Severity: Critical Alert
Entry/Exit: Authorities in Chad reopen certain businesses, including markets, May 21. Restrictive and social distancing measures remain in place.
This alert affects Chad
This alert began 21 May 2020 11:50 GMT and is scheduled to expire 01 Jun 2020 23:59 GMT.
- Incident: COVID-19 restrictions
- Location(s): Nationwide (map)
- Time Frame: Indefinite
- Impact: Travel and business disruptions; heightened security
Authorities in Chad have allowed the resumption of certain activities and businesses nationwide May 21. Markets, nonessential shops, and takeaway restaurants can resume operations, though businesses will have to adhere to social distancing and increased sanitation measures. Public transport services will also resume with limits on the number of passengers allowed in vehicles. Authorities have stated that noncompliance could lead to fines and a reinstatement of restrictions.
Other restrictions and measures to slow the spread of coronavirus disease (COVID-19) remain in place nationwide, including a ban on travel into and out of the capital, N'Djamena. Restricted freight and cargo services can continue in and out of the city. Officials are also enforcing the suspension of all flights through at least May 31. The measure does not apply to emergency and cargo flights. Officials are also enforcing a nightly 2000-0500 curfew in all provincial capitals nationwide, including N'Djamena.
Failure to comply with these edicts will result in disciplinary action, including fines and possible jail time. Authorities could extend and impose additional restrictions based on disease activity throughout the country.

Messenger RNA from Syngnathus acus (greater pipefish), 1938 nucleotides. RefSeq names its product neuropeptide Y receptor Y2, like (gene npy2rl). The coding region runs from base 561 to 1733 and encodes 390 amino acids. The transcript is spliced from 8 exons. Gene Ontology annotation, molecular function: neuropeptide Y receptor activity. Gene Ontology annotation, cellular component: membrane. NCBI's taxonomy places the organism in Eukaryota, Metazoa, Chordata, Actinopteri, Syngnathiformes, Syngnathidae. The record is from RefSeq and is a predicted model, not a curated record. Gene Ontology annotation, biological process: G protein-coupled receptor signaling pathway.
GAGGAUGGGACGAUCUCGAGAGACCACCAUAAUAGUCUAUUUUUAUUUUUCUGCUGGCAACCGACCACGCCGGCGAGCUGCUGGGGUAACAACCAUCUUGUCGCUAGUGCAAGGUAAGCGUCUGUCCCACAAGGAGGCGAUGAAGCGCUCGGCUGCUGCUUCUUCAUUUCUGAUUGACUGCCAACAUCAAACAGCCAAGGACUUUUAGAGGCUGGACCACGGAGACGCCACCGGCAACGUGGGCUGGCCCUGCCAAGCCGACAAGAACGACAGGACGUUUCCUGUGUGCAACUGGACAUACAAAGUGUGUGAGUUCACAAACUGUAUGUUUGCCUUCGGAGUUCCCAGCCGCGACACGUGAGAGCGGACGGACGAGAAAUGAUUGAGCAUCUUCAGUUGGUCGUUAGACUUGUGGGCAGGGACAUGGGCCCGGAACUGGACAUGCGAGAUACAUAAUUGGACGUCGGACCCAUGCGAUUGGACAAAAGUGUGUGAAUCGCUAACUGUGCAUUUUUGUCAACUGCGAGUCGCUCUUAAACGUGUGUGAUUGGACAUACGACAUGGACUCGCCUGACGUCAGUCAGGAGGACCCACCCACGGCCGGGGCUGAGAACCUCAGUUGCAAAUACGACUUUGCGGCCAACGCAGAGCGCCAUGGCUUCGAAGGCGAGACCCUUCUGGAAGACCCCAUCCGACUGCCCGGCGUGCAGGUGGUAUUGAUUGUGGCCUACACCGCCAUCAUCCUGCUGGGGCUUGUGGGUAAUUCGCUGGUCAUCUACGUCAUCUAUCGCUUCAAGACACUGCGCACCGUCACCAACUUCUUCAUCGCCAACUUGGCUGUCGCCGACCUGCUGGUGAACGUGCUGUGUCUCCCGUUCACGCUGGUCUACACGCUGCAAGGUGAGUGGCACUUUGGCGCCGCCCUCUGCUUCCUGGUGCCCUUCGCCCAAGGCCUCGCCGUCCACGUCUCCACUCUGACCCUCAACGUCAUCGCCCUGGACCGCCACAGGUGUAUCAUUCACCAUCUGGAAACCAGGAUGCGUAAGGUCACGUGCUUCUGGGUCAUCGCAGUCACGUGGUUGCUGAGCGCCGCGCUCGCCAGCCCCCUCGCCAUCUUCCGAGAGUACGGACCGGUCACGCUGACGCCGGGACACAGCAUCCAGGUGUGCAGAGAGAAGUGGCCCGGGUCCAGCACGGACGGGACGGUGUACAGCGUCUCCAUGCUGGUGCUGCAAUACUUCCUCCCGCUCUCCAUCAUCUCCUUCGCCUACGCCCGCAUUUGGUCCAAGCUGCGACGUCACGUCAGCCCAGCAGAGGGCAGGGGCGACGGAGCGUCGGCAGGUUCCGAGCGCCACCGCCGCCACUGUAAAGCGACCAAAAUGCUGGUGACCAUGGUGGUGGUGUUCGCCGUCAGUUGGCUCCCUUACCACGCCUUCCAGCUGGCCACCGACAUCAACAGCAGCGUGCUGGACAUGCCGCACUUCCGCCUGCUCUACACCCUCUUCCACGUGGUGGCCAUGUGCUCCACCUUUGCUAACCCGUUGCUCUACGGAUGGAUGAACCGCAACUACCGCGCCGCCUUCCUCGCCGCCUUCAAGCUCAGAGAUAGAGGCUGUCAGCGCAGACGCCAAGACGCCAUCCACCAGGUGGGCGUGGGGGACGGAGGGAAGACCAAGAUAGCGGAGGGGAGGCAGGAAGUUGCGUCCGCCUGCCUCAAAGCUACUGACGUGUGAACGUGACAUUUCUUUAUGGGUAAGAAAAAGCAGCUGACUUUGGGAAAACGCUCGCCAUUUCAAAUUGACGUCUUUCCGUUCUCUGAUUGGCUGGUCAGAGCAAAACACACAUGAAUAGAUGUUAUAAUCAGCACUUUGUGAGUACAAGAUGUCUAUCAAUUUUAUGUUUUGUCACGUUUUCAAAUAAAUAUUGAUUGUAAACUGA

Background and Analysis
The opening of shops and restaurants comes ahead of Eid-al-Fitr celebrations from May 23. The upcoming holidays could be a possible factor that encouraged the easing of lockdown measures despite the continued reporting of cases of COVID-19 in the country. COVID-19 is a viral respiratory disease caused by infection with the SARS-CoV-2 virus (previously known as 2019-nCoV). Symptoms occur 1-14 days following exposure (average of 3-7 days). These symptoms include fever, fatigue, cough, difficulty breathing, sometimes worsening to pneumonia and kidney failure, especially in those with underlying medical conditions. On March 11, the WHO declared the ongoing COVID-19 outbreak a pandemic.
Follow all official instructions. Abide by national health and safety measures. Reconfirm all travel arrangements. Consider delaying traveling if experiencing symptoms associated with COVID-19, as they may prompt increased scrutiny and delays. Liaise with trusted contacts for further updates and guidance. Maintain contact with your diplomatic representation. Ensure contingency plans account for further disruptive measures or extensions of current restrictions. Reconsider and reconfirm nonemergency health appointments. Plan for queues and delays at available shopping centers. Plan for possible ground shipping and travel delays; seek alternative routes and shipping methods for time-sensitive cargo.
Emphasize basic health precautions, especially frequent handwashing with soap and water, or an alcohol-based hand sanitizer if soap and water are unavailable. Practice good coughing/sneezing etiquette (i.e., covering coughs and sneezes with a disposable tissue, maintaining distance from others, and washing hands). There is no evidence that the influenza vaccine, antibiotics, or antiviral medications will prevent this disease, highlighting the importance of diligent basic health precautions.